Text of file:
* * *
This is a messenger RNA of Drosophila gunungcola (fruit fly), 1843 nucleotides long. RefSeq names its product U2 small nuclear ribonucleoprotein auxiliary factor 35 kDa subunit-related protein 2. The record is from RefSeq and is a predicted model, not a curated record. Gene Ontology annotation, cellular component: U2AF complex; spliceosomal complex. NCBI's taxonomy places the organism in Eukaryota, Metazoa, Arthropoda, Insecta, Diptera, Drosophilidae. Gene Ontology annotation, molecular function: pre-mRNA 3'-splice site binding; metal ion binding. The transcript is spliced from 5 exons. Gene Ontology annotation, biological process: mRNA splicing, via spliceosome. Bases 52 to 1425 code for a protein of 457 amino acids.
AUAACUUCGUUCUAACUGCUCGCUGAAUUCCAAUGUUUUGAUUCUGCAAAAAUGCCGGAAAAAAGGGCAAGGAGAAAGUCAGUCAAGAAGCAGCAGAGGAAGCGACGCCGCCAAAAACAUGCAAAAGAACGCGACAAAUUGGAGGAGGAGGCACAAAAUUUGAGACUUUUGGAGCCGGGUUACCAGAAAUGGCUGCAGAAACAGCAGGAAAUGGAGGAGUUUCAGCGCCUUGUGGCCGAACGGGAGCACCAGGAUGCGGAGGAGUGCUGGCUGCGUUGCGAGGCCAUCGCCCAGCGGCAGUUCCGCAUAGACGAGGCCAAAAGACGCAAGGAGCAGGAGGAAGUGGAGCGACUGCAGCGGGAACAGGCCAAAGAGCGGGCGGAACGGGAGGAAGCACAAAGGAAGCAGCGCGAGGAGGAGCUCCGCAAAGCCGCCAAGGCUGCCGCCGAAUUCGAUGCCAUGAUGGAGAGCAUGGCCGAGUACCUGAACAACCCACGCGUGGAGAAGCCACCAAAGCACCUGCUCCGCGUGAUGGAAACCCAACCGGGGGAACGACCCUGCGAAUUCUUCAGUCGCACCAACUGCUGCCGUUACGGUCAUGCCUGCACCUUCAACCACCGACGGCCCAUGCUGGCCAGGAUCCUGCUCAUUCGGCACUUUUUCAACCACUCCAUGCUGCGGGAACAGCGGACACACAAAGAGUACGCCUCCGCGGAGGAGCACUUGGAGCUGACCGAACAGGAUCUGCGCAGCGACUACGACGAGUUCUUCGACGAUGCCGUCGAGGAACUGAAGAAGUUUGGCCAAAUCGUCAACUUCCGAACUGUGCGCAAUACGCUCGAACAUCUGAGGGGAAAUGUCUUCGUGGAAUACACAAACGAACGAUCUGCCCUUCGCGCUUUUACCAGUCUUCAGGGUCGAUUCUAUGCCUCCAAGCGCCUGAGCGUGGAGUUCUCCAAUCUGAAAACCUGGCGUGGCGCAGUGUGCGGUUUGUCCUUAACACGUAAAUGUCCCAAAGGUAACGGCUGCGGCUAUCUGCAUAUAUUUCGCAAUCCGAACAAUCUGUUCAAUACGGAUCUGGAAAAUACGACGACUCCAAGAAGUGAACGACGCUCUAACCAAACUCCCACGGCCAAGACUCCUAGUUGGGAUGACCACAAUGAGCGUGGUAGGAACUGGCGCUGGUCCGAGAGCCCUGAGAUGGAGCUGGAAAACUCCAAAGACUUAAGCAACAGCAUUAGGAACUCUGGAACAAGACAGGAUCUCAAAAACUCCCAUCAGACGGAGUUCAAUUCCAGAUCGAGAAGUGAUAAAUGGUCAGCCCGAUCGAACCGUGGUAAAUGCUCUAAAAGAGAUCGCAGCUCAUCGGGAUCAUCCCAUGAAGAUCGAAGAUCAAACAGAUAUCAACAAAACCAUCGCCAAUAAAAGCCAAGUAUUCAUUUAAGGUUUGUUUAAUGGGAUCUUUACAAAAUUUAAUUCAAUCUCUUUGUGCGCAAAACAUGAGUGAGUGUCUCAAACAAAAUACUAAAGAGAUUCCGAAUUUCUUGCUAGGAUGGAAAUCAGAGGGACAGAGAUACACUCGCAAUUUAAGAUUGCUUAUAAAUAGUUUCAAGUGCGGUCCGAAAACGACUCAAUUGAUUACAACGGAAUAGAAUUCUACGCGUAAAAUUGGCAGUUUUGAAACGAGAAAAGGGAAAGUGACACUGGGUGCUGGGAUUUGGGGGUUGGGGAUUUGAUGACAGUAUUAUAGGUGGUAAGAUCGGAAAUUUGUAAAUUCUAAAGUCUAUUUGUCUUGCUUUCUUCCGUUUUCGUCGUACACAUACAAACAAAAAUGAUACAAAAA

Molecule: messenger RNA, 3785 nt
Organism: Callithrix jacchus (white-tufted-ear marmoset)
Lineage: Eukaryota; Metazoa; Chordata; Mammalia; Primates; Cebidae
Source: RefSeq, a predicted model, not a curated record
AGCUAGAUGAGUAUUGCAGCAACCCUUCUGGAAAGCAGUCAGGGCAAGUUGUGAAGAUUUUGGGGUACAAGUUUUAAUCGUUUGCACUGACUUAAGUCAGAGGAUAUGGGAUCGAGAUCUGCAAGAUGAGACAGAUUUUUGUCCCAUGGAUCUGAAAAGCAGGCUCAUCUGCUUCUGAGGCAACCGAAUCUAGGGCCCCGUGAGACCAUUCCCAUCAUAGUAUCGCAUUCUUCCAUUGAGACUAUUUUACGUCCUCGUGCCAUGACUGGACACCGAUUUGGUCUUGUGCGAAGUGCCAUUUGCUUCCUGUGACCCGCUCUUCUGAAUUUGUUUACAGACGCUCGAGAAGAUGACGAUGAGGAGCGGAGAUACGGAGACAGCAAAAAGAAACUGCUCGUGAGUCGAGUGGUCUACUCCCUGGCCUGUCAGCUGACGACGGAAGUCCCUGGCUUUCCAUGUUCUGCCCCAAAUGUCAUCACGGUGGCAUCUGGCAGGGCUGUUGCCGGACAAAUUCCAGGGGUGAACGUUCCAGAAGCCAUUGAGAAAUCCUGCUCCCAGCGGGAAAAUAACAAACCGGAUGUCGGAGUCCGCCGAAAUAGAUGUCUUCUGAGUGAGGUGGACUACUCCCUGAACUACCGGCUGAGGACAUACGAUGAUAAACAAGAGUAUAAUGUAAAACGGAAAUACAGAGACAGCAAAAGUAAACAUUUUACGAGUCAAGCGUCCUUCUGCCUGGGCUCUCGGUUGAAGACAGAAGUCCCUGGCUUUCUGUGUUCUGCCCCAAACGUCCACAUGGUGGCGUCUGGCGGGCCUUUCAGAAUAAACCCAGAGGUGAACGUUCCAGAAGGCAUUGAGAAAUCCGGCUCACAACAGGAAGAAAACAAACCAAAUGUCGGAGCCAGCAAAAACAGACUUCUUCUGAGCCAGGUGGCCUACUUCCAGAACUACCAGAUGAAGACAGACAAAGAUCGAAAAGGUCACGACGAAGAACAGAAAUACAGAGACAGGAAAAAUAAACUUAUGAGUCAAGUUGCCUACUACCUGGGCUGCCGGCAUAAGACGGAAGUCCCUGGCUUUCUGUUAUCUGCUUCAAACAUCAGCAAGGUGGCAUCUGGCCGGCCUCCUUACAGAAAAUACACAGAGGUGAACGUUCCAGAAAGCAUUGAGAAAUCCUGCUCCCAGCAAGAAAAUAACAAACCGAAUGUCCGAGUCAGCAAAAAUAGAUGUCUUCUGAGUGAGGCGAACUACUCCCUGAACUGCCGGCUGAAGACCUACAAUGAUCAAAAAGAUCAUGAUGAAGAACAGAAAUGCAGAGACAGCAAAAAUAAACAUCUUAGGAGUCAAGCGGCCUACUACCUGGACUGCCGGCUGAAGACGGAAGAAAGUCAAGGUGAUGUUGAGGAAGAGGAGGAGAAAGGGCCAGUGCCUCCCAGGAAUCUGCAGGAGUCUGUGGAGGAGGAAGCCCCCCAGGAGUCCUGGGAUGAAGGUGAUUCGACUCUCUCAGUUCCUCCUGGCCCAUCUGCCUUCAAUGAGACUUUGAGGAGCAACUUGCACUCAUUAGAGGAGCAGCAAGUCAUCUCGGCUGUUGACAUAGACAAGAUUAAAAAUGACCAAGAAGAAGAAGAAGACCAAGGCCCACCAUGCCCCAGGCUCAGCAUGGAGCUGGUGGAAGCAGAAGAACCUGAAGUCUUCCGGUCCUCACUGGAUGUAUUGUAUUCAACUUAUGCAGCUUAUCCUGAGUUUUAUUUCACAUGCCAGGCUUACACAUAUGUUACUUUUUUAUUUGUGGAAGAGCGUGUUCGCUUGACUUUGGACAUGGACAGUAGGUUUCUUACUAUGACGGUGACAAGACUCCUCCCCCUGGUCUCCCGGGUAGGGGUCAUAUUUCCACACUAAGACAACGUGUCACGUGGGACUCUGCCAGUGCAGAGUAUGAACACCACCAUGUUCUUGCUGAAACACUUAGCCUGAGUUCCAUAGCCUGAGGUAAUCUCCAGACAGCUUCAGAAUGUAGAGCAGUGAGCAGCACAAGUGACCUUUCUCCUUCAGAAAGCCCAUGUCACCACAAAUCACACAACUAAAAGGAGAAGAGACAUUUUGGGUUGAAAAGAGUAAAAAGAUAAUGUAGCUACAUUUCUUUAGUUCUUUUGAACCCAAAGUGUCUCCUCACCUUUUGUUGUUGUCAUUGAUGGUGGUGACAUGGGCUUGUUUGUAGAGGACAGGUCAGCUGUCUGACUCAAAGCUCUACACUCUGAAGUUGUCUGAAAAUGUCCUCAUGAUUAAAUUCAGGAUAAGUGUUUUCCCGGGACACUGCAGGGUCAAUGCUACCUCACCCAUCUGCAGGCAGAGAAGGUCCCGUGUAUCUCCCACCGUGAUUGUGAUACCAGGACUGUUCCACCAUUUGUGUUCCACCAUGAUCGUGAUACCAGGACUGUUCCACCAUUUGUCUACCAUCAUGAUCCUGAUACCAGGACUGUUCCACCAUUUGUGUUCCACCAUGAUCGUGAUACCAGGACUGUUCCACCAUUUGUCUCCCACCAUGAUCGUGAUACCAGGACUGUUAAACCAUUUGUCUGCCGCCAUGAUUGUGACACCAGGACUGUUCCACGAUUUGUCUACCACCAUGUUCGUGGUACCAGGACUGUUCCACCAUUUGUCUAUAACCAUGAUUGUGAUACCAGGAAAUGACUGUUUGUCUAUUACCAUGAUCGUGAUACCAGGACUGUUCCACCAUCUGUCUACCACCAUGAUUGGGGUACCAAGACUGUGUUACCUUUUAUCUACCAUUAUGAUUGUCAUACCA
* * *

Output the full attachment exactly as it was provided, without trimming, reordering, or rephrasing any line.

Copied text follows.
This is a messenger RNA of Drosophila gunungcola (fruit fly), 1843 nucleotides long. RefSeq names its product U2 small nuclear ribonucleoprotein auxiliary factor 35 kDa subunit-related protein 2. The record is from RefSeq and is a predicted model, not a curated record. Gene Ontology annotation, cellular component: U2AF complex; spliceosomal complex. NCBI's taxonomy places the organism in Eukaryota, Metazoa, Arthropoda, Insecta, Diptera, Drosophilidae. Gene Ontology annotation, molecular function: pre-mRNA 3'-splice site binding; metal ion binding. The transcript is spliced from 5 exons. Gene Ontology annotation, biological process: mRNA splicing, via spliceosome. Bases 52 to 1425 code for a protein of 457 amino acids.
AUAACUUCGUUCUAACUGCUCGCUGAAUUCCAAUGUUUUGAUUCUGCAAAAAUGCCGGAAAAAAGGGCAAGGAGAAAGUCAGUCAAGAAGCAGCAGAGGAAGCGACGCCGCCAAAAACAUGCAAAAGAACGCGACAAAUUGGAGGAGGAGGCACAAAAUUUGAGACUUUUGGAGCCGGGUUACCAGAAAUGGCUGCAGAAACAGCAGGAAAUGGAGGAGUUUCAGCGCCUUGUGGCCGAACGGGAGCACCAGGAUGCGGAGGAGUGCUGGCUGCGUUGCGAGGCCAUCGCCCAGCGGCAGUUCCGCAUAGACGAGGCCAAAAGACGCAAGGAGCAGGAGGAAGUGGAGCGACUGCAGCGGGAACAGGCCAAAGAGCGGGCGGAACGGGAGGAAGCACAAAGGAAGCAGCGCGAGGAGGAGCUCCGCAAAGCCGCCAAGGCUGCCGCCGAAUUCGAUGCCAUGAUGGAGAGCAUGGCCGAGUACCUGAACAACCCACGCGUGGAGAAGCCACCAAAGCACCUGCUCCGCGUGAUGGAAACCCAACCGGGGGAACGACCCUGCGAAUUCUUCAGUCGCACCAACUGCUGCCGUUACGGUCAUGCCUGCACCUUCAACCACCGACGGCCCAUGCUGGCCAGGAUCCUGCUCAUUCGGCACUUUUUCAACCACUCCAUGCUGCGGGAACAGCGGACACACAAAGAGUACGCCUCCGCGGAGGAGCACUUGGAGCUGACCGAACAGGAUCUGCGCAGCGACUACGACGAGUUCUUCGACGAUGCCGUCGAGGAACUGAAGAAGUUUGGCCAAAUCGUCAACUUCCGAACUGUGCGCAAUACGCUCGAACAUCUGAGGGGAAAUGUCUUCGUGGAAUACACAAACGAACGAUCUGCCCUUCGCGCUUUUACCAGUCUUCAGGGUCGAUUCUAUGCCUCCAAGCGCCUGAGCGUGGAGUUCUCCAAUCUGAAAACCUGGCGUGGCGCAGUGUGCGGUUUGUCCUUAACACGUAAAUGUCCCAAAGGUAACGGCUGCGGCUAUCUGCAUAUAUUUCGCAAUCCGAACAAUCUGUUCAAUACGGAUCUGGAAAAUACGACGACUCCAAGAAGUGAACGACGCUCUAACCAAACUCCCACGGCCAAGACUCCUAGUUGGGAUGACCACAAUGAGCGUGGUAGGAACUGGCGCUGGUCCGAGAGCCCUGAGAUGGAGCUGGAAAACUCCAAAGACUUAAGCAACAGCAUUAGGAACUCUGGAACAAGACAGGAUCUCAAAAACUCCCAUCAGACGGAGUUCAAUUCCAGAUCGAGAAGUGAUAAAUGGUCAGCCCGAUCGAACCGUGGUAAAUGCUCUAAAAGAGAUCGCAGCUCAUCGGGAUCAUCCCAUGAAGAUCGAAGAUCAAACAGAUAUCAACAAAACCAUCGCCAAUAAAAGCCAAGUAUUCAUUUAAGGUUUGUUUAAUGGGAUCUUUACAAAAUUUAAUUCAAUCUCUUUGUGCGCAAAACAUGAGUGAGUGUCUCAAACAAAAUACUAAAGAGAUUCCGAAUUUCUUGCUAGGAUGGAAAUCAGAGGGACAGAGAUACACUCGCAAUUUAAGAUUGCUUAUAAAUAGUUUCAAGUGCGGUCCGAAAACGACUCAAUUGAUUACAACGGAAUAGAAUUCUACGCGUAAAAUUGGCAGUUUUGAAACGAGAAAAGGGAAAGUGACACUGGGUGCUGGGAUUUGGGGGUUGGGGAUUUGAUGACAGUAUUAUAGGUGGUAAGAUCGGAAAUUUGUAAAUUCUAAAGUCUAUUUGUCUUGCUUUCUUCCGUUUUCGUCGUACACAUACAAACAAAAAUGAUACAAAAA

Molecule: messenger RNA, 3785 nt
Organism: Callithrix jacchus (white-tufted-ear marmoset)
Lineage: Eukaryota; Metazoa; Chordata; Mammalia; Primates; Cebidae
Source: RefSeq, a predicted model, not a curated record
AGCUAGAUGAGUAUUGCAGCAACCCUUCUGGAAAGCAGUCAGGGCAAGUUGUGAAGAUUUUGGGGUACAAGUUUUAAUCGUUUGCACUGACUUAAGUCAGAGGAUAUGGGAUCGAGAUCUGCAAGAUGAGACAGAUUUUUGUCCCAUGGAUCUGAAAAGCAGGCUCAUCUGCUUCUGAGGCAACCGAAUCUAGGGCCCCGUGAGACCAUUCCCAUCAUAGUAUCGCAUUCUUCCAUUGAGACUAUUUUACGUCCUCGUGCCAUGACUGGACACCGAUUUGGUCUUGUGCGAAGUGCCAUUUGCUUCCUGUGACCCGCUCUUCUGAAUUUGUUUACAGACGCUCGAGAAGAUGACGAUGAGGAGCGGAGAUACGGAGACAGCAAAAAGAAACUGCUCGUGAGUCGAGUGGUCUACUCCCUGGCCUGUCAGCUGACGACGGAAGUCCCUGGCUUUCCAUGUUCUGCCCCAAAUGUCAUCACGGUGGCAUCUGGCAGGGCUGUUGCCGGACAAAUUCCAGGGGUGAACGUUCCAGAAGCCAUUGAGAAAUCCUGCUCCCAGCGGGAAAAUAACAAACCGGAUGUCGGAGUCCGCCGAAAUAGAUGUCUUCUGAGUGAGGUGGACUACUCCCUGAACUACCGGCUGAGGACAUACGAUGAUAAACAAGAGUAUAAUGUAAAACGGAAAUACAGAGACAGCAAAAGUAAACAUUUUACGAGUCAAGCGUCCUUCUGCCUGGGCUCUCGGUUGAAGACAGAAGUCCCUGGCUUUCUGUGUUCUGCCCCAAACGUCCACAUGGUGGCGUCUGGCGGGCCUUUCAGAAUAAACCCAGAGGUGAACGUUCCAGAAGGCAUUGAGAAAUCCGGCUCACAACAGGAAGAAAACAAACCAAAUGUCGGAGCCAGCAAAAACAGACUUCUUCUGAGCCAGGUGGCCUACUUCCAGAACUACCAGAUGAAGACAGACAAAGAUCGAAAAGGUCACGACGAAGAACAGAAAUACAGAGACAGGAAAAAUAAACUUAUGAGUCAAGUUGCCUACUACCUGGGCUGCCGGCAUAAGACGGAAGUCCCUGGCUUUCUGUUAUCUGCUUCAAACAUCAGCAAGGUGGCAUCUGGCCGGCCUCCUUACAGAAAAUACACAGAGGUGAACGUUCCAGAAAGCAUUGAGAAAUCCUGCUCCCAGCAAGAAAAUAACAAACCGAAUGUCCGAGUCAGCAAAAAUAGAUGUCUUCUGAGUGAGGCGAACUACUCCCUGAACUGCCGGCUGAAGACCUACAAUGAUCAAAAAGAUCAUGAUGAAGAACAGAAAUGCAGAGACAGCAAAAAUAAACAUCUUAGGAGUCAAGCGGCCUACUACCUGGACUGCCGGCUGAAGACGGAAGAAAGUCAAGGUGAUGUUGAGGAAGAGGAGGAGAAAGGGCCAGUGCCUCCCAGGAAUCUGCAGGAGUCUGUGGAGGAGGAAGCCCCCCAGGAGUCCUGGGAUGAAGGUGAUUCGACUCUCUCAGUUCCUCCUGGCCCAUCUGCCUUCAAUGAGACUUUGAGGAGCAACUUGCACUCAUUAGAGGAGCAGCAAGUCAUCUCGGCUGUUGACAUAGACAAGAUUAAAAAUGACCAAGAAGAAGAAGAAGACCAAGGCCCACCAUGCCCCAGGCUCAGCAUGGAGCUGGUGGAAGCAGAAGAACCUGAAGUCUUCCGGUCCUCACUGGAUGUAUUGUAUUCAACUUAUGCAGCUUAUCCUGAGUUUUAUUUCACAUGCCAGGCUUACACAUAUGUUACUUUUUUAUUUGUGGAAGAGCGUGUUCGCUUGACUUUGGACAUGGACAGUAGGUUUCUUACUAUGACGGUGACAAGACUCCUCCCCCUGGUCUCCCGGGUAGGGGUCAUAUUUCCACACUAAGACAACGUGUCACGUGGGACUCUGCCAGUGCAGAGUAUGAACACCACCAUGUUCUUGCUGAAACACUUAGCCUGAGUUCCAUAGCCUGAGGUAAUCUCCAGACAGCUUCAGAAUGUAGAGCAGUGAGCAGCACAAGUGACCUUUCUCCUUCAGAAAGCCCAUGUCACCACAAAUCACACAACUAAAAGGAGAAGAGACAUUUUGGGUUGAAAAGAGUAAAAAGAUAAUGUAGCUACAUUUCUUUAGUUCUUUUGAACCCAAAGUGUCUCCUCACCUUUUGUUGUUGUCAUUGAUGGUGGUGACAUGGGCUUGUUUGUAGAGGACAGGUCAGCUGUCUGACUCAAAGCUCUACACUCUGAAGUUGUCUGAAAAUGUCCUCAUGAUUAAAUUCAGGAUAAGUGUUUUCCCGGGACACUGCAGGGUCAAUGCUACCUCACCCAUCUGCAGGCAGAGAAGGUCCCGUGUAUCUCCCACCGUGAUUGUGAUACCAGGACUGUUCCACCAUUUGUGUUCCACCAUGAUCGUGAUACCAGGACUGUUCCACCAUUUGUCUACCAUCAUGAUCCUGAUACCAGGACUGUUCCACCAUUUGUGUUCCACCAUGAUCGUGAUACCAGGACUGUUCCACCAUUUGUCUCCCACCAUGAUCGUGAUACCAGGACUGUUAAACCAUUUGUCUGCCGCCAUGAUUGUGACACCAGGACUGUUCCACGAUUUGUCUACCACCAUGUUCGUGGUACCAGGACUGUUCCACCAUUUGUCUAUAACCAUGAUUGUGAUACCAGGAAAUGACUGUUUGUCUAUUACCAUGAUCGUGAUACCAGGACUGUUCCACCAUCUGUCUACCACCAUGAUUGGGGUACCAAGACUGUGUUACCUUUUAUCUACCAUUAUGAUUGUCAUACCA